2011 Veterans Day Rogue River
November 11, 2011 at 9:00 AM
2011 Veterans Day Rogue River Trip
November 11-13, 2011
Submitted by Scott Ogren
By the time I took the online signup form down from the OWA website for this trip, 72 people had signed up and paid for the annual joint OWA/OKCC Veterans Day Rogue River float. Wow. That is an unbelievable number of people. Our club has grown so much over the past few years and the fact that there was this much interest in the trip is evidence of that.
As it always happens on large trips like this, a few people cancelled for various reasons and by the time we got to the put in at Graves Creek, our group size was 61 people. By any measure, 61 is a lot of people to all float a river at the same time. Because of that, as the trip leader I needed a solid plan that would create an attitude of safety, working together and having fun – and I needed to communicate that plan to the group early.
I set the tone of the trip early so everyone would know what to expect from the big things like how we were going to get all of the boats through the Fish Ladder to the little things like what we were going to do with the garbage. I spent a week composing an email and it went through three drafts and was proof-read by three people who offered their suggestions and gave their input on all of the things that needed to be covered. Those who got the email know how long it was and I didn’t realize it until someone who printed it out told me it was 4 pages long. It was long, but it did what it needed to. Expectations were set and everyone on the trip cooperated exceptionally well. Things went so smoothly that you wouldn’t have known this was the largest wilderness travel trip in OWA history.
Bruce Ripley along with Russ Pascoe and the OKCC kayakers set up a communication system at the Fish Ladder that let the next boat know when it was safe to enter. There were people stationed at strategic locations in the Fish Ladder to help stuck boats keep moving. There was organization, order and everyone knew what they needed to do. In all, roughly 40 boats (rafts, cat boats and kayaks) moved through the Fish Ladder at Rainie Falls in about an hour and a half. One more boat that was running a little behind went through about 30 minutes later. That doesn’t happen without being organized and everyone working together.
Camp at Horseshoe Bend was amazing. The OKCC kayak crew served an incredible dinner of pasta, homemade sauce, and garlic bread along with probably the best salad I have ever had outdoors. Cary Solberg served as the group bartender and the party was on. We had four campfires going and plenty of fun was had by all.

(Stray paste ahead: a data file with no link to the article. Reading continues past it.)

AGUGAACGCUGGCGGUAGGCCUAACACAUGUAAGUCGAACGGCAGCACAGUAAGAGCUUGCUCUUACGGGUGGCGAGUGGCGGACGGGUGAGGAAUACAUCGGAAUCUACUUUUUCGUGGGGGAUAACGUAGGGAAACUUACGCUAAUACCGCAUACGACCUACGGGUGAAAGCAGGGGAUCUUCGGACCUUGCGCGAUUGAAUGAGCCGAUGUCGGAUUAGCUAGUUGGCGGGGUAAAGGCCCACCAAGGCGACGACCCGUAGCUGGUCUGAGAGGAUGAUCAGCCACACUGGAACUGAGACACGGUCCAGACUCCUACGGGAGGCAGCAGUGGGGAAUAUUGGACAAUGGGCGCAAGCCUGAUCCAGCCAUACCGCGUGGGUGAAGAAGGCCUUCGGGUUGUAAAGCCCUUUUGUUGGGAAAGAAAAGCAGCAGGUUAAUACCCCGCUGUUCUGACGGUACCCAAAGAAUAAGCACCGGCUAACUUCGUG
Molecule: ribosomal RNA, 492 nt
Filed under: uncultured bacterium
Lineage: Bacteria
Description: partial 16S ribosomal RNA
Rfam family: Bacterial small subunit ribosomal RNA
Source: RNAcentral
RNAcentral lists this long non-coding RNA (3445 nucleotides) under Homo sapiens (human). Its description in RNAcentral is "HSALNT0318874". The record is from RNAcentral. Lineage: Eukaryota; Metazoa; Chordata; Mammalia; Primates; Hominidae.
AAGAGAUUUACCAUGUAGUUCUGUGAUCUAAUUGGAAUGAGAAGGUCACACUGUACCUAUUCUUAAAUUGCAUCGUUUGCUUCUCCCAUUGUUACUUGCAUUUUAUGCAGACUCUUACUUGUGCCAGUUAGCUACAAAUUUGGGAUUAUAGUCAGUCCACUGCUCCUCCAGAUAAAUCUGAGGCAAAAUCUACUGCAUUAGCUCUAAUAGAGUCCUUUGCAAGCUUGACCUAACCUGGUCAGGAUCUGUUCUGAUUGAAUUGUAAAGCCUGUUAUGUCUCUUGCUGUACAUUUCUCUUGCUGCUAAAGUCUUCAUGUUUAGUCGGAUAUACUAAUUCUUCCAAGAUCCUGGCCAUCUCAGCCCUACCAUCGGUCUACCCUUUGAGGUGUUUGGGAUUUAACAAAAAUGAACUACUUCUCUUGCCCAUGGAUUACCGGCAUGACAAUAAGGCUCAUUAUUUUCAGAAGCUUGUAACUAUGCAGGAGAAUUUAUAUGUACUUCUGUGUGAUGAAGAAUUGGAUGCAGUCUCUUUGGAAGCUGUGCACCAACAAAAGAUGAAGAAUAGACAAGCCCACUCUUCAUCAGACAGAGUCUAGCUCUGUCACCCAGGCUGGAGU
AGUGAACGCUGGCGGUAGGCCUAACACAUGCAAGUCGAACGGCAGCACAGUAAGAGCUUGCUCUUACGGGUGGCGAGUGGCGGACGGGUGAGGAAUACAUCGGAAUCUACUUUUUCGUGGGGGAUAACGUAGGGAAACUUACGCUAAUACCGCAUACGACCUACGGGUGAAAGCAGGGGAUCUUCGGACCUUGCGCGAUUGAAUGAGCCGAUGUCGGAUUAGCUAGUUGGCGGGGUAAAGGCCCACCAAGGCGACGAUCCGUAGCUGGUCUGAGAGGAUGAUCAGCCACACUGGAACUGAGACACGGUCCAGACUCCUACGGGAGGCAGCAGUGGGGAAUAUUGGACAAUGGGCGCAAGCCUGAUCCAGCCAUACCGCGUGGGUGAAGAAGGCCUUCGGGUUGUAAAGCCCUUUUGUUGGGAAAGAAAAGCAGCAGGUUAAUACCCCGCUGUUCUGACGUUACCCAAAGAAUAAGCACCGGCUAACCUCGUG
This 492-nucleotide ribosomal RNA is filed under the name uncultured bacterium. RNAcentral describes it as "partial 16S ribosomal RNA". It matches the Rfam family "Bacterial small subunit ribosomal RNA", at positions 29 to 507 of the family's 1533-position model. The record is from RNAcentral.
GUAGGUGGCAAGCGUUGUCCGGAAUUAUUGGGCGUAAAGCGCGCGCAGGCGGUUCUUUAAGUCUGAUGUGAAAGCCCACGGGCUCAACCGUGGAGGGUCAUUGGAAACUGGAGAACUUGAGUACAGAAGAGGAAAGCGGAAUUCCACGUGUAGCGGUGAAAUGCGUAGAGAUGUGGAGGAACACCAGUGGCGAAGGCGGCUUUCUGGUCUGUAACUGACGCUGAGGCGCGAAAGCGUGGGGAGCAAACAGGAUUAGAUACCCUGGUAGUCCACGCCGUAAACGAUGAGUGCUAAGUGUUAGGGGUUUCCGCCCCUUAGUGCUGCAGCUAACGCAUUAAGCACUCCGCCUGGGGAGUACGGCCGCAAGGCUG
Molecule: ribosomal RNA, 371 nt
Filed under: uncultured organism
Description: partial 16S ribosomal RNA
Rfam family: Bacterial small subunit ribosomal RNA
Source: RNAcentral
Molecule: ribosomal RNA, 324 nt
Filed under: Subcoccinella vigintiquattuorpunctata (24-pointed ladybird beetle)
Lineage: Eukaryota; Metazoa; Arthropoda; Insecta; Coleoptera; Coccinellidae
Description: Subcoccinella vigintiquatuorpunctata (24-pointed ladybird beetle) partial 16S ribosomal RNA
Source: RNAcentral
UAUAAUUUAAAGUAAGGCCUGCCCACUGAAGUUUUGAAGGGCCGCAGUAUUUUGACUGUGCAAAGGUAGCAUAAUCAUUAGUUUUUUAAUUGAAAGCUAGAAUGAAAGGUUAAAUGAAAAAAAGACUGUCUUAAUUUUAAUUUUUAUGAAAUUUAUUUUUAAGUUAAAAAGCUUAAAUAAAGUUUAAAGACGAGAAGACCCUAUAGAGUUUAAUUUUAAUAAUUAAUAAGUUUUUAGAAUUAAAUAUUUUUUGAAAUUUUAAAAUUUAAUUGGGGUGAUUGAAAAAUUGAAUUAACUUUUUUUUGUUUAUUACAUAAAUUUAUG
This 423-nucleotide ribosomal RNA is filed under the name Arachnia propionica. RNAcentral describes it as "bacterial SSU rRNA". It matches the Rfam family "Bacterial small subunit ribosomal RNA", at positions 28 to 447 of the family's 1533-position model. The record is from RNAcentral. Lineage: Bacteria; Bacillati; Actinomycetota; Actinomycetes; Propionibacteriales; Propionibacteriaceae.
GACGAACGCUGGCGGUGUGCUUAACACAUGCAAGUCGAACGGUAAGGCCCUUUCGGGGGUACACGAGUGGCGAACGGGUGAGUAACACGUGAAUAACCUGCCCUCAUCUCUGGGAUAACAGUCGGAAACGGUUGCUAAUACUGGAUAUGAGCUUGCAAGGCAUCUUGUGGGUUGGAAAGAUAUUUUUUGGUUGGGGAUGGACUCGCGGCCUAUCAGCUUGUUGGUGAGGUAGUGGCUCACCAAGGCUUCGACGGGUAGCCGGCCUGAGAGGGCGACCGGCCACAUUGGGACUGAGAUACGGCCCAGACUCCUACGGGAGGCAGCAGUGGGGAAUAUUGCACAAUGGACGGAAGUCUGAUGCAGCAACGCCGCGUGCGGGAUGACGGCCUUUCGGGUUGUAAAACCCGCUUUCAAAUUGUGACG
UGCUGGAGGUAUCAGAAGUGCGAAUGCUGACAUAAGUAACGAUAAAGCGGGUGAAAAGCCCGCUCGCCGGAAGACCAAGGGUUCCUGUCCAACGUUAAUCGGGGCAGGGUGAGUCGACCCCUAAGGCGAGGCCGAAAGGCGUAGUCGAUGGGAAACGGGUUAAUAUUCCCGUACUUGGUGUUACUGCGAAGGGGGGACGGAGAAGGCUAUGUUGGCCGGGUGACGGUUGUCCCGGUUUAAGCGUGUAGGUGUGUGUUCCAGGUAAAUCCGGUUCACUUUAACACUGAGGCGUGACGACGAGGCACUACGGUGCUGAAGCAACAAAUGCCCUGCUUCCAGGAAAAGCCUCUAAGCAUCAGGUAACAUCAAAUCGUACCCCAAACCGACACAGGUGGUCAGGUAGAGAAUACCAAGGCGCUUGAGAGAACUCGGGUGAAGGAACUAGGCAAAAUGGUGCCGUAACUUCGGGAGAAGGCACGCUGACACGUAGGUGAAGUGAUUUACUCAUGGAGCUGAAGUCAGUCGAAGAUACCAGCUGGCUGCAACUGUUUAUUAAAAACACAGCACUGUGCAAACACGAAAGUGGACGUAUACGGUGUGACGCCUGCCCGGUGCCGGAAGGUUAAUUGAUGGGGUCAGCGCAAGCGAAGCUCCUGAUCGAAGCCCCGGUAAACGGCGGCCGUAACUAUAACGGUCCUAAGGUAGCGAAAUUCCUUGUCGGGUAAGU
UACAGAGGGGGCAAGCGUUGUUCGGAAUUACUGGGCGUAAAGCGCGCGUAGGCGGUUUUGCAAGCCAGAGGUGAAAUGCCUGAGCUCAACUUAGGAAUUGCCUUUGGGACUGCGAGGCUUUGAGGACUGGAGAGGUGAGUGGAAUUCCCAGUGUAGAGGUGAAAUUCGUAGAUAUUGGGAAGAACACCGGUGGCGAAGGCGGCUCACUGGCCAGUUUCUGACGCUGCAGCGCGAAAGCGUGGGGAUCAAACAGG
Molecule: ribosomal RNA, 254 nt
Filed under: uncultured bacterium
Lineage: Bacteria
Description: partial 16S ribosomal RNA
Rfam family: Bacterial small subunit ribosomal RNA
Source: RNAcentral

The next morning we all woke up to a great breakfast of scrambled eggs along with biscuits and gravy prepared by Rick Hendon. After a hearty breakfast, we all packed up camp and all 61 of us were ready to leave camp at 9:30 or so.
The next big challenge was Mule Creek Canyon and Blossom Bar. Blossom Bar is another place where there’s only room for one boat at a time and we all needed to give each other space and wait patiently for our turn. Everything went very smoothly and probably the biggest problem in the entire group was me – I got my boat stuck on a rock just after passing Volkswagen Rock on the right. It took both my boat mate Jen Carman and I each pulling on an oar as hard as we could to get away from the rock – we were stuck for about 45 seconds in total. If that’s the worst thing that happened to 40 boats and 61 people, we did pretty well.
Camp at Tacoma Bar resembled a techie version of an Occupy Portland encampment as we were all pretty close to each other, but it was good. Appetizers were served by Cary Solberg and Marion Flood. Cary made quesadillas and Marian made guacamole right there in camp and served it with chips and pre-made margaritas that we all enjoyed. I served chili and cornbread that everyone seemed to enjoy.
A scrambled egg and pancake breakfast was served by Rob Harvey and his crew. We all got to enjoy a little more time at camp before we packed everything up and headed towards Foster Bar.
Once we were at the boat ramp, it seemed as though everyone helped everyone. We all worked together so well that I was one of the last two vehicles to leave at 1:30. It was really amazing to watch – all 61 of us converged on the Foster Bar boat ramp in our boats and left in our trucks in an hour and a half.